So what is the answer? Many conservatives argue that what the GOP needs to do is start saying "Yes" to things. This was the idea behind George W. Bush's compassionate conservatism. Americans want an activist government, so conservatives should find things they can be activist about, too. If the government is going to meddle, it might as well meddle in conservative ways.

While individual policies may be advisable, as a general proposition I think this is the wrong way to go. Not only does this do violence to the constitutional order conservatives are supposed to conserve, it forever puts the right in a bidding war with the left about what government can and should do. Conservatives will lose that fight -- and possibly their souls in the process.

What's the alternative? Well, if the game is rigged against you, continuing to play the game is the very definition of idiocy. You have to change the rules.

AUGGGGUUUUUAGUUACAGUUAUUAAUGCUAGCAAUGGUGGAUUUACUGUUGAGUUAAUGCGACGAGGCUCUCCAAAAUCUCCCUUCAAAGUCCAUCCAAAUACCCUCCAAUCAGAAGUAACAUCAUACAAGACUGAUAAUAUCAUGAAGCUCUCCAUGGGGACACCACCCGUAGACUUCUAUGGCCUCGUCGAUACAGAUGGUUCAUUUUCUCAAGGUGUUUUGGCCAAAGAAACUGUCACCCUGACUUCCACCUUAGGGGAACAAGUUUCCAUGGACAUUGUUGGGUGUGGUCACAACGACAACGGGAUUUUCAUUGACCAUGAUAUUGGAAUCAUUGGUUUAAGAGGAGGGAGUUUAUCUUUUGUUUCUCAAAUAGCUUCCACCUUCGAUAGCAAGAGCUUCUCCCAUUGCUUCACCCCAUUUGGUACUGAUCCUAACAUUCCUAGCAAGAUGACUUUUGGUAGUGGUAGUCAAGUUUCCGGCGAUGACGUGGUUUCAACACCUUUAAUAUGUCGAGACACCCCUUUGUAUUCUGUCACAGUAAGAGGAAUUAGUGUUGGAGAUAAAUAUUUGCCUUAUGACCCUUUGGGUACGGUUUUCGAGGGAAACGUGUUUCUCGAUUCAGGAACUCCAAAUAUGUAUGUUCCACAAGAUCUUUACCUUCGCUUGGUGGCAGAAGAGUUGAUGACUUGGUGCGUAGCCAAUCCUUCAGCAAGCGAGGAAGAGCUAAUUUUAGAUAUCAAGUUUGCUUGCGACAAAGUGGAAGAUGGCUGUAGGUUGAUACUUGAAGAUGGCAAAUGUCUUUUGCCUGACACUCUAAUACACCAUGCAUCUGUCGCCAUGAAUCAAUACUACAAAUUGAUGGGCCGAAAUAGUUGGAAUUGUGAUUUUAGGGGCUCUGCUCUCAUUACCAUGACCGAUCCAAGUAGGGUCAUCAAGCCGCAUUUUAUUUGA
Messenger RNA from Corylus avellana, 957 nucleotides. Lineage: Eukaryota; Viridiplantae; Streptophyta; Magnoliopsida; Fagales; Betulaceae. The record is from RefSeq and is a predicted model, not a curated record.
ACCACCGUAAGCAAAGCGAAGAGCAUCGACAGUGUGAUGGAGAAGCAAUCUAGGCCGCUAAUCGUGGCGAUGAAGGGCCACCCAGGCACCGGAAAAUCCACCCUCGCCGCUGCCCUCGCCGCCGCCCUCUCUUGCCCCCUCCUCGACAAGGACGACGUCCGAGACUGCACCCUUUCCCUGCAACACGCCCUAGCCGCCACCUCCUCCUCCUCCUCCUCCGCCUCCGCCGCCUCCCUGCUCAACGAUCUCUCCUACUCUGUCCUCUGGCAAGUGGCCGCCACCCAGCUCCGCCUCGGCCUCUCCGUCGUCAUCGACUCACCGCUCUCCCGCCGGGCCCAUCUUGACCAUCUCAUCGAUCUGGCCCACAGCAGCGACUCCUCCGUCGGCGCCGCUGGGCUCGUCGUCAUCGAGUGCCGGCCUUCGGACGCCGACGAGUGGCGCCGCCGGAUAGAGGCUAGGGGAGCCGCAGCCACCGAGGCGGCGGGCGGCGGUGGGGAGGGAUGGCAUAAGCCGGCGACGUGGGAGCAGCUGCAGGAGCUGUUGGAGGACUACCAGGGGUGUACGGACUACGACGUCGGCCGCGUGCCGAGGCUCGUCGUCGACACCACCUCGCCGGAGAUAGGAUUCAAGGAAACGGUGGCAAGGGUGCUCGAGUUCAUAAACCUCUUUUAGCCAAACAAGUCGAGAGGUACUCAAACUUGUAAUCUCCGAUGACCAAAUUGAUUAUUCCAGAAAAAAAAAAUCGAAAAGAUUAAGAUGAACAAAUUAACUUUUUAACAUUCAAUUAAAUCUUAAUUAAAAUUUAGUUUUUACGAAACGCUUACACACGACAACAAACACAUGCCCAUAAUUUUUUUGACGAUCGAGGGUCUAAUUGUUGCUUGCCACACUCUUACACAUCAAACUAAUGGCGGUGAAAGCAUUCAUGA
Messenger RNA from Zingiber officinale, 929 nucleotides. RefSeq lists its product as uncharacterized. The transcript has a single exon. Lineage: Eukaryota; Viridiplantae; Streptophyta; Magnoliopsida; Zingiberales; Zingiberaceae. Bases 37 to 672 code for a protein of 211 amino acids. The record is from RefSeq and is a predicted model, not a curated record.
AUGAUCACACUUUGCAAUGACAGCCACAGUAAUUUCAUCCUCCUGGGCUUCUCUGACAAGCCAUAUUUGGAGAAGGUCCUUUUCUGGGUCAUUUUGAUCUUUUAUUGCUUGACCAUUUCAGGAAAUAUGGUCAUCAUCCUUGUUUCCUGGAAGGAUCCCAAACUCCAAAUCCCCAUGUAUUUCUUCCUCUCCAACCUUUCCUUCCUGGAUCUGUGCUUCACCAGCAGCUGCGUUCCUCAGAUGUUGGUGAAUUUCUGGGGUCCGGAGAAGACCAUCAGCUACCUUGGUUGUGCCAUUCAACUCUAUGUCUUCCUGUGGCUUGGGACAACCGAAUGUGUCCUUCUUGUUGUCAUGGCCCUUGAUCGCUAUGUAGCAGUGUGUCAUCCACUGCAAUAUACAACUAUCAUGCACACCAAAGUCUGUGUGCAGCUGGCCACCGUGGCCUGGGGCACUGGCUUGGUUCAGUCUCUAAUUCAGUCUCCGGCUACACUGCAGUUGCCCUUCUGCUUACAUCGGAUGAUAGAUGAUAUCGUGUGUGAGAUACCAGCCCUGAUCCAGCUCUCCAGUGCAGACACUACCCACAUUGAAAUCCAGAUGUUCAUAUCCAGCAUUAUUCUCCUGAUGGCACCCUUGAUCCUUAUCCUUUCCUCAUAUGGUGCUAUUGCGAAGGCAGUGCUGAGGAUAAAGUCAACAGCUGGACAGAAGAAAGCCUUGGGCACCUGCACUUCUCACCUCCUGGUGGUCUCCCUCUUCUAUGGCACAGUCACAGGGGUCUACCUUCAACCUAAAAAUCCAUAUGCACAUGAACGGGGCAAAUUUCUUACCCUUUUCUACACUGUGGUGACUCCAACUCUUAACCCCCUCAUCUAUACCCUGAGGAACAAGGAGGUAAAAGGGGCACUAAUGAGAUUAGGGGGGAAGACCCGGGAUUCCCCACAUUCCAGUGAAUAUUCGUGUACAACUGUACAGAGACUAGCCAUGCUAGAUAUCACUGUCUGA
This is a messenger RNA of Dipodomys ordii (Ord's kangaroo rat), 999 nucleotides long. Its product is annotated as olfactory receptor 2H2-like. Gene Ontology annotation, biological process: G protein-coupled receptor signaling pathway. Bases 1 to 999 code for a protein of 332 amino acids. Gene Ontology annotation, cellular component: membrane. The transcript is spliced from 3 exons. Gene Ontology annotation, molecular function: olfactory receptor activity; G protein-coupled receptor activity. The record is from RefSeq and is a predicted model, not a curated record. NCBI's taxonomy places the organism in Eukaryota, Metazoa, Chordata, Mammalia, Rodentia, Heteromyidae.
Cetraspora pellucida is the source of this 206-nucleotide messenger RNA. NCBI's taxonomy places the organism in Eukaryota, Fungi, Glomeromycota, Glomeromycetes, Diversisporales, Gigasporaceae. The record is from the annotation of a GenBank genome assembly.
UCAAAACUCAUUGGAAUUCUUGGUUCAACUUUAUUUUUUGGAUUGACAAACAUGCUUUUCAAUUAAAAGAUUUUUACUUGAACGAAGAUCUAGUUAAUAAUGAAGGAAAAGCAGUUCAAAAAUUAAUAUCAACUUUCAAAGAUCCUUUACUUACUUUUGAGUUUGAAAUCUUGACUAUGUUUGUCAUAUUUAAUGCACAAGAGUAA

My own view is that conservatives should recommit themselves to federalism and states' rights. The Party of Lincoln should protect core civil rights, but beyond that, states and localities should be given as much freedom as they can handle. If California wants to become Sweden with better weather, let it. If Texas wants to become Singapore on the Rio Grande, great, go for it. And the same principle goes for cities and towns within those states.

Of course, conservatives already say they believe in federalism, but they rarely demonstrate it save when convenient. Which brings me back to the question of fidelity to principle. In principle, Republicans should look at the monumental clutter in Washington like a boat with too much ballast to stay afloat: When in doubt, throw it overboard.

In practice, Republicans should be more strategic and discriminating. That means taking positions that are right on policy, but also, when possible, highlighting issues that run counter to the (unfair) caricature of Republicans as prudish moneybags. Personally, I'd start with federal marijuana laws. The tide has turned on pot, and states are going to keep legalizing it. Why should Washington stand in their way? The beauty of federalism is that you don't have to condone legalization in one state or prohibition in another. It's just not Washington's fight.

This can't happen overnight, but the system didn't get rigged overnight either.